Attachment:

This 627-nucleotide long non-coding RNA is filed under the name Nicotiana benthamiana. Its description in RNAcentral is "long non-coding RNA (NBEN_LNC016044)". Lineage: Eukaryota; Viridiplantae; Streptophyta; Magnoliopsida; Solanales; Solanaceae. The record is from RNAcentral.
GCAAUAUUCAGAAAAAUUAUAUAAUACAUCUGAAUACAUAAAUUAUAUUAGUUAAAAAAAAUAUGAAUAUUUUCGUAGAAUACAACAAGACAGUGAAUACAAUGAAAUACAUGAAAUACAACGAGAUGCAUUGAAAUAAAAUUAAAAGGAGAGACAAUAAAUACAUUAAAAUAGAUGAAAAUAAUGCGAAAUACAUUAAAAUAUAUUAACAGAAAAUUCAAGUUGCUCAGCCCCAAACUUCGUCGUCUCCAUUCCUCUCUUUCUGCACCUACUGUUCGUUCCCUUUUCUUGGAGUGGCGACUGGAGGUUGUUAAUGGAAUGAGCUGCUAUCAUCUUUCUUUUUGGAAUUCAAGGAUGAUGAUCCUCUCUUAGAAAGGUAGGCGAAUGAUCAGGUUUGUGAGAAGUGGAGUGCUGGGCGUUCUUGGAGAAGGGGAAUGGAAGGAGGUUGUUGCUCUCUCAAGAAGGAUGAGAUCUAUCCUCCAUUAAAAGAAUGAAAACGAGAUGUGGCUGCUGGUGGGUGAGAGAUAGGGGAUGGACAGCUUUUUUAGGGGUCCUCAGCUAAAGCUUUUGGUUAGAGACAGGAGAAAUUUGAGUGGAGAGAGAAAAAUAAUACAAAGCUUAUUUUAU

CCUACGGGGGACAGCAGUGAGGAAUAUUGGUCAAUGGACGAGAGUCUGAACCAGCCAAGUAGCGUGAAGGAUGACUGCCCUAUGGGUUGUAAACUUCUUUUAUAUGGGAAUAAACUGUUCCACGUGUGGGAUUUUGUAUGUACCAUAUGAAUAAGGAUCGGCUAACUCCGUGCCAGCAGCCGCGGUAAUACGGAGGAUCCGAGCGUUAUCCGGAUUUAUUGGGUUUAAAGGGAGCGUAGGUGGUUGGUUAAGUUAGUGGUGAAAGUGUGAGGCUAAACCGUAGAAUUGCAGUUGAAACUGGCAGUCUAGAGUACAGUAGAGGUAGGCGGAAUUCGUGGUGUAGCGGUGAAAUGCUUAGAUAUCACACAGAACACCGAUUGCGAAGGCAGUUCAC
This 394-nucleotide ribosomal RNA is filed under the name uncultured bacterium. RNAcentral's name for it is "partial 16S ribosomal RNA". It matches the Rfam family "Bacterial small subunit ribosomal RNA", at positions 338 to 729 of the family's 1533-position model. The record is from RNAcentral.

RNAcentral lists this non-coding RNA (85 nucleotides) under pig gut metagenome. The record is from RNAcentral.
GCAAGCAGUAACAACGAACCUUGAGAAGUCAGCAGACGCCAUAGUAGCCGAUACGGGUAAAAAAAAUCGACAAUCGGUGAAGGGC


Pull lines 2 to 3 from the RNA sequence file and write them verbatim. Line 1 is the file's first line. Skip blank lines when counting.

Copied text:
GCAAUAUUCAGAAAAAUUAUAUAAUACAUCUGAAUACAUAAAUUAUAUUAGUUAAAAAAAAUAUGAAUAUUUUCGUAGAAUACAACAAGACAGUGAAUACAAUGAAAUACAUGAAAUACAACGAGAUGCAUUGAAAUAAAAUUAAAAGGAGAGACAAUAAAUACAUUAAAAUAGAUGAAAAUAAUGCGAAAUACAUUAAAAUAUAUUAACAGAAAAUUCAAGUUGCUCAGCCCCAAACUUCGUCGUCUCCAUUCCUCUCUUUCUGCACCUACUGUUCGUUCCCUUUUCUUGGAGUGGCGACUGGAGGUUGUUAAUGGAAUGAGCUGCUAUCAUCUUUCUUUUUGGAAUUCAAGGAUGAUGAUCCUCUCUUAGAAAGGUAGGCGAAUGAUCAGGUUUGUGAGAAGUGGAGUGCUGGGCGUUCUUGGAGAAGGGGAAUGGAAGGAGGUUGUUGCUCUCUCAAGAAGGAUGAGAUCUAUCCUCCAUUAAAAGAAUGAAAACGAGAUGUGGCUGCUGGUGGGUGAGAGAUAGGGGAUGGACAGCUUUUUUAGGGGUCCUCAGCUAAAGCUUUUGGUUAGAGACAGGAGAAAUUUGAGUGGAGAGAGAAAAAUAAUACAAAGCUUAUUUUAU

CCUACGGGGGACAGCAGUGAGGAAUAUUGGUCAAUGGACGAGAGUCUGAACCAGCCAAGUAGCGUGAAGGAUGACUGCCCUAUGGGUUGUAAACUUCUUUUAUAUGGGAAUAAACUGUUCCACGUGUGGGAUUUUGUAUGUACCAUAUGAAUAAGGAUCGGCUAACUCCGUGCCAGCAGCCGCGGUAAUACGGAGGAUCCGAGCGUUAUCCGGAUUUAUUGGGUUUAAAGGGAGCGUAGGUGGUUGGUUAAGUUAGUGGUGAAAGUGUGAGGCUAAACCGUAGAAUUGCAGUUGAAACUGGCAGUCUAGAGUACAGUAGAGGUAGGCGGAAUUCGUGGUGUAGCGGUGAAAUGCUUAGAUAUCACACAGAACACCGAUUGCGAAGGCAGUUCAC